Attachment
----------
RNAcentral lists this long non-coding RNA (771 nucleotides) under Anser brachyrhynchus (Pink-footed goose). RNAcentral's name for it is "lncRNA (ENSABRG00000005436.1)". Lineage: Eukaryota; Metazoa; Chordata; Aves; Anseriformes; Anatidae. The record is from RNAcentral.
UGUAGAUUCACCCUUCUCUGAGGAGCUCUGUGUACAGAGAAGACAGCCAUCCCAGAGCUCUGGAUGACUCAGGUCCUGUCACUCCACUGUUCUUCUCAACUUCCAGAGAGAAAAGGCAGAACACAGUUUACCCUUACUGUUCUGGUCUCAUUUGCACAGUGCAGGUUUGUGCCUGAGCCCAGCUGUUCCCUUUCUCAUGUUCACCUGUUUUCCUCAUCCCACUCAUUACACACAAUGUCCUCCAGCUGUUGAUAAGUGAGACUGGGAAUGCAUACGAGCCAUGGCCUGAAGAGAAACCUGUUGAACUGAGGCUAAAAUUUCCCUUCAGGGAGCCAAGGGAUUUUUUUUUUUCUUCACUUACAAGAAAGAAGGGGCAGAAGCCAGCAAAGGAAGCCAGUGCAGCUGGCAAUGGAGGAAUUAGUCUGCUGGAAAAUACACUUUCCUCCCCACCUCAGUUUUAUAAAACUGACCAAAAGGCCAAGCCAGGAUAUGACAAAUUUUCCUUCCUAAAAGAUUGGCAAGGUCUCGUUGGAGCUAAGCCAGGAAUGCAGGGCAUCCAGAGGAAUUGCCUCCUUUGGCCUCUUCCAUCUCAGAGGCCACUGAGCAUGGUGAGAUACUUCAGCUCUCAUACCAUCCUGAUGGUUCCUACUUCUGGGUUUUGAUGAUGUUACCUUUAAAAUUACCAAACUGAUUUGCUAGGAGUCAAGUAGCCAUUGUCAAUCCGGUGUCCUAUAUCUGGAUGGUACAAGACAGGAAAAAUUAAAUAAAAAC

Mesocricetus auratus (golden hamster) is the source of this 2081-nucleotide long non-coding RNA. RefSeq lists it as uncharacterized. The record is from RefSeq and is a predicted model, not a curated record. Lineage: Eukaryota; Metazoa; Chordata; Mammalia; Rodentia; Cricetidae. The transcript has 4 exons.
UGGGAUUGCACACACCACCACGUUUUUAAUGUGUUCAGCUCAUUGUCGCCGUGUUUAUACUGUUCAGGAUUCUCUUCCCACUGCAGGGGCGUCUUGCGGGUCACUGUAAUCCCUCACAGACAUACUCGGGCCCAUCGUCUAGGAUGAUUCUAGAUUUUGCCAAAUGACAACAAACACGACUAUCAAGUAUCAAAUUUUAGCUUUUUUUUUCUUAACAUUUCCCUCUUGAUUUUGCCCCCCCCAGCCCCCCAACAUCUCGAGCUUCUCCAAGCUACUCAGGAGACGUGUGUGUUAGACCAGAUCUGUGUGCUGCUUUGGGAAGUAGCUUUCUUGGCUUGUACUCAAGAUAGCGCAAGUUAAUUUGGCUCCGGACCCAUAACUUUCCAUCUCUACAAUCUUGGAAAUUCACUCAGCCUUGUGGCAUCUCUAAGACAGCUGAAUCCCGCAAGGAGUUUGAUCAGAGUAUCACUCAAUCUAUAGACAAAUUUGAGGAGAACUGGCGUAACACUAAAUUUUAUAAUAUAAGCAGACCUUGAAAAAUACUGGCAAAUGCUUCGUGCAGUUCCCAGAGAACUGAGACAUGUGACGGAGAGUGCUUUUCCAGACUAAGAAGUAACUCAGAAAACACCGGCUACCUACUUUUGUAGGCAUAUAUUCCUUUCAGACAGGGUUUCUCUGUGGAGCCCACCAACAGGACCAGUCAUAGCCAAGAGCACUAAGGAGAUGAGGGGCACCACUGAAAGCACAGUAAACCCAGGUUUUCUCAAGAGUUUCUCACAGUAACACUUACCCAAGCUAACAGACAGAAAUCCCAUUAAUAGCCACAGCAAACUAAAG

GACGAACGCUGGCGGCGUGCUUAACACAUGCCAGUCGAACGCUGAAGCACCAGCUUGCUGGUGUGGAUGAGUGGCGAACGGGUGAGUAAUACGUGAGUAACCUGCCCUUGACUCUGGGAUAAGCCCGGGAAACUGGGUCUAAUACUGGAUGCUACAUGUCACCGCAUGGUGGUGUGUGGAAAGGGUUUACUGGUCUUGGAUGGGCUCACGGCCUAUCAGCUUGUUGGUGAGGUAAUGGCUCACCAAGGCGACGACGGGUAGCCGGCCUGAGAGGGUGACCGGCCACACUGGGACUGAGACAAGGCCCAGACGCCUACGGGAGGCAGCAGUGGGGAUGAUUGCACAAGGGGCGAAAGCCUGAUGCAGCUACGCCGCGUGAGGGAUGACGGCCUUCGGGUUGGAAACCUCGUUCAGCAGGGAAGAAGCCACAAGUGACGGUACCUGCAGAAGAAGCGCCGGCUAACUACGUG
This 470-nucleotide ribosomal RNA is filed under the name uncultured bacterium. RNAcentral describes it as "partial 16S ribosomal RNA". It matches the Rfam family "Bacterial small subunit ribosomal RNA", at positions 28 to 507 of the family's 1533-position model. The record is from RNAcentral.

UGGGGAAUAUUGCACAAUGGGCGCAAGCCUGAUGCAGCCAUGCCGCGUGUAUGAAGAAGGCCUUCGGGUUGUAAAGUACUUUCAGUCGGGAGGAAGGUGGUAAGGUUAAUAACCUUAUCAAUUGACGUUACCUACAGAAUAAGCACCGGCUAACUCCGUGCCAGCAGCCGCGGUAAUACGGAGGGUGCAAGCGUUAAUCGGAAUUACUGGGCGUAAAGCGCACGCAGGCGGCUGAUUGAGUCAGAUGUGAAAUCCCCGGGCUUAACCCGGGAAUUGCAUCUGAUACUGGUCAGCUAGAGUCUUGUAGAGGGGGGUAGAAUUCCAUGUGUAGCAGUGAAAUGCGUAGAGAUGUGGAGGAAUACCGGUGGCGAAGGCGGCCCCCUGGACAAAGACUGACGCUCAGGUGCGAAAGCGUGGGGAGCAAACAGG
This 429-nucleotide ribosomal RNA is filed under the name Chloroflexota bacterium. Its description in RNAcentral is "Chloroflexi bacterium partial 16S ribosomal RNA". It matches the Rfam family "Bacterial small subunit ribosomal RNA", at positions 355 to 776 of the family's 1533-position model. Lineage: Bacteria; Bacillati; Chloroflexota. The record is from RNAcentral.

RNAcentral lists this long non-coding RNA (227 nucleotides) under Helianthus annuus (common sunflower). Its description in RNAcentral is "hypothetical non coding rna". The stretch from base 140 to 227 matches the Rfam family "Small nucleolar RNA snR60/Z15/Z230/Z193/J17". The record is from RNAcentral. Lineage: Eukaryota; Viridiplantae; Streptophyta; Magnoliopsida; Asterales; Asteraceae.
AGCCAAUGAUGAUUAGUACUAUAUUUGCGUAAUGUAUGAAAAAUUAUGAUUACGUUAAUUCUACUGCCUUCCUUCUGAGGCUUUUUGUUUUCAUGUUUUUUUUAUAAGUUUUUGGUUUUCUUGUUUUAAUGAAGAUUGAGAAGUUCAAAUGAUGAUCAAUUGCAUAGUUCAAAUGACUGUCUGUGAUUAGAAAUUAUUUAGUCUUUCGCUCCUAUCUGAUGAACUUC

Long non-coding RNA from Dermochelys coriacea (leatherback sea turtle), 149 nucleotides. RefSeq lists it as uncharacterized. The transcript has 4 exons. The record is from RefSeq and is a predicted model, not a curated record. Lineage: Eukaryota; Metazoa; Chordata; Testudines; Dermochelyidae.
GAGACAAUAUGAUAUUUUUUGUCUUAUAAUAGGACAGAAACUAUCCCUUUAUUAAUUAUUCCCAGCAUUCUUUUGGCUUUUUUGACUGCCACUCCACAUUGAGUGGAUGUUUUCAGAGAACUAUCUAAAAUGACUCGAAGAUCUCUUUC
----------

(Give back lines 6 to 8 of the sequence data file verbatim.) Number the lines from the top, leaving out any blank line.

This 470-nucleotide ribosomal RNA is filed under the name uncultured bacterium. RNAcentral describes it as "partial 16S ribosomal RNA". It matches the Rfam family "Bacterial small subunit ribosomal RNA", at positions 28 to 507 of the family's 1533-position model. The record is from RNAcentral.

UGGGGAAUAUUGCACAAUGGGCGCAAGCCUGAUGCAGCCAUGCCGCGUGUAUGAAGAAGGCCUUCGGGUUGUAAAGUACUUUCAGUCGGGAGGAAGGUGGUAAGGUUAAUAACCUUAUCAAUUGACGUUACCUACAGAAUAAGCACCGGCUAACUCCGUGCCAGCAGCCGCGGUAAUACGGAGGGUGCAAGCGUUAAUCGGAAUUACUGGGCGUAAAGCGCACGCAGGCGGCUGAUUGAGUCAGAUGUGAAAUCCCCGGGCUUAACCCGGGAAUUGCAUCUGAUACUGGUCAGCUAGAGUCUUGUAGAGGGGGGUAGAAUUCCAUGUGUAGCAGUGAAAUGCGUAGAGAUGUGGAGGAAUACCGGUGGCGAAGGCGGCCCCCUGGACAAAGACUGACGCUCAGGUGCGAAAGCGUGGGGAGCAAACAGG
This 429-nucleotide ribosomal RNA is filed under the name Chloroflexota bacterium. Its description in RNAcentral is "Chloroflexi bacterium partial 16S ribosomal RNA". It matches the Rfam family "Bacterial small subunit ribosomal RNA", at positions 355 to 776 of the family's 1533-position model. Lineage: Bacteria; Bacillati; Chloroflexota. The record is from RNAcentral.